SCOTCH PLAINS – Facing a lack of available haulers, the township intends to explore new ways for residents to dispose of bulky household waste that, for many years, was collected every June.
Township manager Al Mirabella told the township council at its meeting on Tuesday that the hauler that has collected bulky waste in past years is no longer available, leading officials to look at alternatives to the fee-based system that has been in place for two decades. He noted that only about 10 percent of township households typically take part in the annual pick-up, which also spurs complaints from residents about scavenging and streets filled with household debris, which can sometimes limit on-street parking for events like graduation parties held in June.
Mr. Mirabella said the intent is to let residents “make their own decisions about when” during the year they need large household items to be picked up. “Maybe they want to do it in April, maybe they want to do it in September,” he said. Private trash haulers who operate in town have been contacted to gauge their interest and Mr. Mirabella said some have expressed an interest. Township officials are also talking to neighboring towns about allowing residents to drop off household items at other towns’ recycling sites for a fee.
The manager said the township website will soon include a list of haulers available to pick up bulky waste, adding that the new options will “give residents more flexibility.”
In other business, Mayor Joshua Losardo said that redevelopment professionals are finalizing the details of a Request for Qualifications from redevelopers that will be posted on the township’s website next month. “This will entice developers to file with the town and allow Scotch Plains to begin the process of identifying the right developer” to implement the first phase of downtown redevelopment centered on the four public properties in the central business district.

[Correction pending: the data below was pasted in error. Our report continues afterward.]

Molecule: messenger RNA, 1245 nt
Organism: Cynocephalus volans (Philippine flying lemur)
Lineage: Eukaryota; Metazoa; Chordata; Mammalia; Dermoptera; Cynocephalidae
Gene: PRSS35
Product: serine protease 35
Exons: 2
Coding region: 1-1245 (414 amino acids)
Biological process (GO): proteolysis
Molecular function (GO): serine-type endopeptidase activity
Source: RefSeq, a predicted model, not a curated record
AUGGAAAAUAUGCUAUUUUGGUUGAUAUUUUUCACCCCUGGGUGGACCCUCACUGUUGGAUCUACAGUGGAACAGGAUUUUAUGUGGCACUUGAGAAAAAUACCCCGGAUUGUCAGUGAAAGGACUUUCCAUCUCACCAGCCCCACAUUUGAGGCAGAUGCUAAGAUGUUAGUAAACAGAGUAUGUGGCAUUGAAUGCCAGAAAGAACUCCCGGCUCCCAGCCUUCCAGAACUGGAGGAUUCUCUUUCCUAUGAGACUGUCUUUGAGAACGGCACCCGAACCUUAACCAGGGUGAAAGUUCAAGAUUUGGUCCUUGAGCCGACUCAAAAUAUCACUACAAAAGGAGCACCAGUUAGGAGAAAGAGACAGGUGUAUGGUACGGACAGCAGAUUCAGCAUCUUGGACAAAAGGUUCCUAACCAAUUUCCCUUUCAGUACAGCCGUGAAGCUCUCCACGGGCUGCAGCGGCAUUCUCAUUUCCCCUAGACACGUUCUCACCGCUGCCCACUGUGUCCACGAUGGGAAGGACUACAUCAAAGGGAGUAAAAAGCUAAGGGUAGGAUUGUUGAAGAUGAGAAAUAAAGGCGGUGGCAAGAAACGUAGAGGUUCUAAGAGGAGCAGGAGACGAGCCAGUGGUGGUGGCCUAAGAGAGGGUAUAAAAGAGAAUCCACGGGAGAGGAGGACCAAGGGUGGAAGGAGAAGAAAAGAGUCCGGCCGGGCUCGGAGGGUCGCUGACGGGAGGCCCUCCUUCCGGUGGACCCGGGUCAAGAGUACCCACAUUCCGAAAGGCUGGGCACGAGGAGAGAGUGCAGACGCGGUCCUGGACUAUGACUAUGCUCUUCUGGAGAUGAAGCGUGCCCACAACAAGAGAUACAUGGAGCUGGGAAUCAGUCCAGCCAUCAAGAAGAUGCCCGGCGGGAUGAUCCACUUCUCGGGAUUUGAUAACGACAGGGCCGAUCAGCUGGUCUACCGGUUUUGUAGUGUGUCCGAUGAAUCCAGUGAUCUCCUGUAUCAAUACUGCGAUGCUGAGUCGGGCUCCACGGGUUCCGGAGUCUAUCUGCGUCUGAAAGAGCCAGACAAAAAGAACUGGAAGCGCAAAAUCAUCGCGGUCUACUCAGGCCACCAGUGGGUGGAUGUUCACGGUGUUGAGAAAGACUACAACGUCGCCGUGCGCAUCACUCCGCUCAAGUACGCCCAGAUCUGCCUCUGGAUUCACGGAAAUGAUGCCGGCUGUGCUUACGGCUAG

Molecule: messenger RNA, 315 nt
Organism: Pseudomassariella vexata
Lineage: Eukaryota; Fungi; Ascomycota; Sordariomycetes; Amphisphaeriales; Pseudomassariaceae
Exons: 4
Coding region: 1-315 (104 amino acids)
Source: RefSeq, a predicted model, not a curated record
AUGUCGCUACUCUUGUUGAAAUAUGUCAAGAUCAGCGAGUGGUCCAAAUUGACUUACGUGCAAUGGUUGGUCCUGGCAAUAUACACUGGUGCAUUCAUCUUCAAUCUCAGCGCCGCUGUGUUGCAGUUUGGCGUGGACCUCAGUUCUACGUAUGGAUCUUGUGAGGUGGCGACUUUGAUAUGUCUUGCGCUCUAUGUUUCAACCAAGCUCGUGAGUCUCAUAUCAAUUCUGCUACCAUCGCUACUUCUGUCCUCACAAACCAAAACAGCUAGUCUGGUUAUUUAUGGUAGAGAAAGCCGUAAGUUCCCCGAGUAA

The council also gave its unanimous backing to an application to open a retail cannabis outlet on westbound Route 22. A21 Health & Wellness LLC will apply to the state Cannabis Regulatory Commission next month for a license to operate a 2,500-sq. ft. facility at 2507 Route 22, which presently houses a boxing academy next to the former Bowcraft site. Steven Albert, one of the company’s principals, said the site was the largest property available on the highway and is being leased from the property owner for 10 years, with two five-year extensions available. He said the firm intends to improve the site inside and outside and will have a 24-hour security system as well as on-site security personnel during operating hours.
The application to the state will be third one that the township council has endorsed. Last month, the governing body gave its support to applications to open a retail outlet on eastbound Route 22 and a medical facility on westbound Route 22.
The council on Tuesday also passed several traffic-related ordinances, including lowering the speed limit on Park Avenue from Fanwood to Route 22 from 30 miles per hour to 25 miles per hour. The speed limit on Front Street from Terrill Road to Park Avenue will be reduced from 35 miles per hour to 25 miles per hour.
A wide-ranging noise ordinance was also enacted that will limit the hours that residents can operate landscaping and other yard equipment as well as outdoor power tools to between 8 a.m. and 8 p.m. while landscaping companies’ operations will be limited to between 8 a.m. and 6 p.m. on weekdays and 9 a.m. and 6 p.m. on weekends. Golf courses, school properties, houses of worship and township properties will be exempted from the restrictions. Other activities covered by the proposed ordinance included limiting construction and demolition activity to between 7 a.m. and 6 p.m. on weekdays and 9 a.m. and 6 p.m. on weekends. Motorized snow removal equipment would be required to operate with a muffler to reduce sound while burglar alarms would have to be programmed to turn off within a certain time period. The ordinance also sets out regulations on the playing of music outdoors and even includes provisions to limit excessive noises from household pets, namely dogs.